Lying Next to Me
Note: This novel contains an explicit depiction of child abduction and rape. Reader discretion is advised.
Gregg Olsen is an expert at writing thrillers that engage the reader and keep them jumping through narrative hoops with its characters. Lying Next To Me starts with an abduction and takes us much, much further, deep into the psyches of its imperfect main characters, leaving the reader to wonder who’s good, who’s right and who’s in charge.
We open at the scene of a disaster. Adam Warner has just witnessed the kidnapping of his wife, Sophie, from the deck of their summer cabin. The event is startling as it is nightmarish – a man punches Sophie out cold and carried her off while Adam is on the lake with his daughter trying to trap crabs for dinner. As he holds three-year-old Aubrey in his arms and surveys the damage, Adam can only wonder why he couldn’t act quickly enough, and why his beloved wife has become the victim of such a vicious crime.
The family had been on Memorial Day vacation at Washington’s Hood Canal, an attempt at relaxing and reconnecting with one another, Adam’s obsession with getting ahead at work and Sophie’s desire for more than a humdrum job doing graphic design work for Starbucks having pulled them in different directions over the previous few years.
Detective Lee Husemann, whom Adam knows intimately, and her dryly sarcastic partner Zach Montrose have their suspicions about what might have really happened to Sophie. The last thing Lee wants to do is point the finger of blame at her old friend, but Adam’s increasingly obvious thirst for revenge has her doubting her ability to trust his version of events.
Lawyer Kristen Moss and her alcoholic husband Connor are on vacation near the Warner family and claim to know nothing about Sophie’s disappearance. Connor’s alcoholism isn’t just socially embarrassing to Kristen, it’s responsible for a personal tragedy in their lives in the form of a car accident that left his cousin with brain damage. It also resulted in a felony being affixed to Connor’s permanent record, which means he’s stuck doing menial jobs. Lately one of those jobs is impregnating his wife – Kristen wants a baby, but so far has not conceived, a rare failure in a life filled with successes.
As we peek into the lives of Kristen, Connor and Adam, a chain of events connecting the Mosses and the Warners begins to appear. And Lee – still dealing with leftover baggage from being kidnapped by a serial rapist as a child – must try to keep her head above water in order to untangle the clues flying at her thick and fast.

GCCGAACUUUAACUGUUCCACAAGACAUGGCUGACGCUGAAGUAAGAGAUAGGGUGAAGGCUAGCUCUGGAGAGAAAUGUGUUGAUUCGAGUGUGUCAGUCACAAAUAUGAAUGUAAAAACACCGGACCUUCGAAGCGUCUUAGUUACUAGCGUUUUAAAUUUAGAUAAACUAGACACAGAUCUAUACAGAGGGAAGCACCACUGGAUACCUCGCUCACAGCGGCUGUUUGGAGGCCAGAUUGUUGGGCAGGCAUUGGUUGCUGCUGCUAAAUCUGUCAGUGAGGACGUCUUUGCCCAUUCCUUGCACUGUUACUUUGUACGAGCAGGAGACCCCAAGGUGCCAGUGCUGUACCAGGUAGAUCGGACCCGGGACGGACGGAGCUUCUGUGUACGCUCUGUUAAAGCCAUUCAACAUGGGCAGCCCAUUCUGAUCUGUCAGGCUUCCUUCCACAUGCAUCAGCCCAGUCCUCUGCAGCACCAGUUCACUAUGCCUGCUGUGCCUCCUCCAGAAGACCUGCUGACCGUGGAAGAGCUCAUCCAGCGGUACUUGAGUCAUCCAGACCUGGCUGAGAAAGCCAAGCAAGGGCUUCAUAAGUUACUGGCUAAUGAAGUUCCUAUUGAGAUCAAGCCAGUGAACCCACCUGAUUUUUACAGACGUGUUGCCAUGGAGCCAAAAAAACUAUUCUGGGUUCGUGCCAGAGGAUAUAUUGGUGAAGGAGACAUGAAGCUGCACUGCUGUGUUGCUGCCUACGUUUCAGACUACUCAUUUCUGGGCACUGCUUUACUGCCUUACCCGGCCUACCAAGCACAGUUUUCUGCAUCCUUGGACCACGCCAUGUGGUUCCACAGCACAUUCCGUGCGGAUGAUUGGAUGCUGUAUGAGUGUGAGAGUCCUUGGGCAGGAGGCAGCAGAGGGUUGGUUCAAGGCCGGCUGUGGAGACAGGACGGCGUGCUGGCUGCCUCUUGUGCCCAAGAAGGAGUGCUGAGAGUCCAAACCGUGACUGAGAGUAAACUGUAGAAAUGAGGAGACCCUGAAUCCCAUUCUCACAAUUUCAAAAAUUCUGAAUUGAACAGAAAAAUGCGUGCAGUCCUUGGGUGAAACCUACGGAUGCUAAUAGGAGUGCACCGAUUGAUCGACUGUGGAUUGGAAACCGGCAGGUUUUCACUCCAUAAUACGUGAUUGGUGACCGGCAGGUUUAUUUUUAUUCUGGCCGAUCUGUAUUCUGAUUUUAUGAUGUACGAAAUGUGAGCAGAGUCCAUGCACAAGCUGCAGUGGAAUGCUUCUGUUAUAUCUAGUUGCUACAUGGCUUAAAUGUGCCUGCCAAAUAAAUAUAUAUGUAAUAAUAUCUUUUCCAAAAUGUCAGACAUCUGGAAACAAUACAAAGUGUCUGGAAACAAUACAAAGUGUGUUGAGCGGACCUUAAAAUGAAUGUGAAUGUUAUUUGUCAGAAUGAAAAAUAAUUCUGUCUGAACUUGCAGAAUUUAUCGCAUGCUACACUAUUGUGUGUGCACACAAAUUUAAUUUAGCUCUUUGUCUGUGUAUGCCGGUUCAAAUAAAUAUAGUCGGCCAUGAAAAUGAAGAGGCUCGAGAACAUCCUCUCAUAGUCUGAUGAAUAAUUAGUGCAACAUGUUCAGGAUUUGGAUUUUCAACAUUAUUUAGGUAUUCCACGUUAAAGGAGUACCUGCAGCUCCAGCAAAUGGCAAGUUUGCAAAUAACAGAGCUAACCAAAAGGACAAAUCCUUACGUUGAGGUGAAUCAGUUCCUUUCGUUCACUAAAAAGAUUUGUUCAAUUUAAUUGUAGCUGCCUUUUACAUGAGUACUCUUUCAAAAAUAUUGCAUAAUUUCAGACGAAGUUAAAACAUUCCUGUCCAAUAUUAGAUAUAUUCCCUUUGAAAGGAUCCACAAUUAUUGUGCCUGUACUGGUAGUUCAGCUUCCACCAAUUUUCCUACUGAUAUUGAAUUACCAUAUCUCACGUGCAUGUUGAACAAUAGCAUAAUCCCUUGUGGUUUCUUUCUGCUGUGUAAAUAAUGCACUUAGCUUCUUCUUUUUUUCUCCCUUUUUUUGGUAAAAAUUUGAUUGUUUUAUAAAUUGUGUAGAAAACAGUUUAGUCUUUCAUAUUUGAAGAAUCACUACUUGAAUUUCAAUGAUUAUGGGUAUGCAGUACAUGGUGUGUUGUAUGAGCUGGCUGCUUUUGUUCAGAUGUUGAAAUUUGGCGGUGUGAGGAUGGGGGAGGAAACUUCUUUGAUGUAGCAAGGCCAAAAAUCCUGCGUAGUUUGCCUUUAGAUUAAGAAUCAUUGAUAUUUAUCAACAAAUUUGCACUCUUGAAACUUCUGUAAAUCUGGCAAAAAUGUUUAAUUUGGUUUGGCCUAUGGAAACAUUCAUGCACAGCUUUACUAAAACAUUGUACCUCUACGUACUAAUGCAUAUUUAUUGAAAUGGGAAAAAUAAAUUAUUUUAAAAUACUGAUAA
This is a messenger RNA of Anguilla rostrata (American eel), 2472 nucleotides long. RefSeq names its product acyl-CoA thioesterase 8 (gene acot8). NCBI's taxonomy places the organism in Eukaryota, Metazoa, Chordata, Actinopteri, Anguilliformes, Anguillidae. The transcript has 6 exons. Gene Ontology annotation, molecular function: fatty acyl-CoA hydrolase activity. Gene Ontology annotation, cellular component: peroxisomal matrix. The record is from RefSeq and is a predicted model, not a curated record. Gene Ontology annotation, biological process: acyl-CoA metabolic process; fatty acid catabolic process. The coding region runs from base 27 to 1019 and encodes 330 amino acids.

Lying Next to Me is a deep, dark story, filled with unreliable narrators and unexpected, biting bits of grim humor. The network of characters – from Adam’s blowhard nightmare of a father-in-law to his desperate boss – are unique and distinct. Almost every single one of them is indelibly paranoid in some manner, ready and willing to lie, manipulate and backstab to come out on top. Even our heroine, Lee, is so afraid to make personal connections that she spends nights at home with her cat, drinking herself asleep to deal with her flashbacks. But there was only one character I couldn’t buy, and that was treacley little Aubrey, who feels neither realistically three-years-old nor realistically childlike.
The mystery is very good, and important clues that require a keen eye for detail are sprinkled about in surprising places with unpredictable importance. Twists and turns slalom the reader’s sympathy and sense of trust back and forth between protagonists until they’re dizzy; the end result is shocking but enticing.
Olsen does a pretty decent job covering the effects of rape upon a child and the self-recrimination and pain that comes with such trauma. This may be triggering for some readers, so caution is advised.
There were two big fat flies in the ointment of the book’s delicious cocktail of suspense and crime: no way would Lee be allowed to stay on the case once she arrives at the scene of the crime and sees Adam. While one of their connections is extremely private and intimate, there is another, much more public reason that would likely result in her being removed from the case in the real world.
The second is the book’s denouement, which had some nice moments but contained a few details that didn’t work and smelled of loose ends needing to be tied up. And when Our True Criminal finally gets a chance to speechify they violate one of Roger Ebert’s most infamous laws.
To tell you which one would spoil the surprise of getting there. Lying Next To Me is a solidly wicked, addictive thriller that will keep you guessing.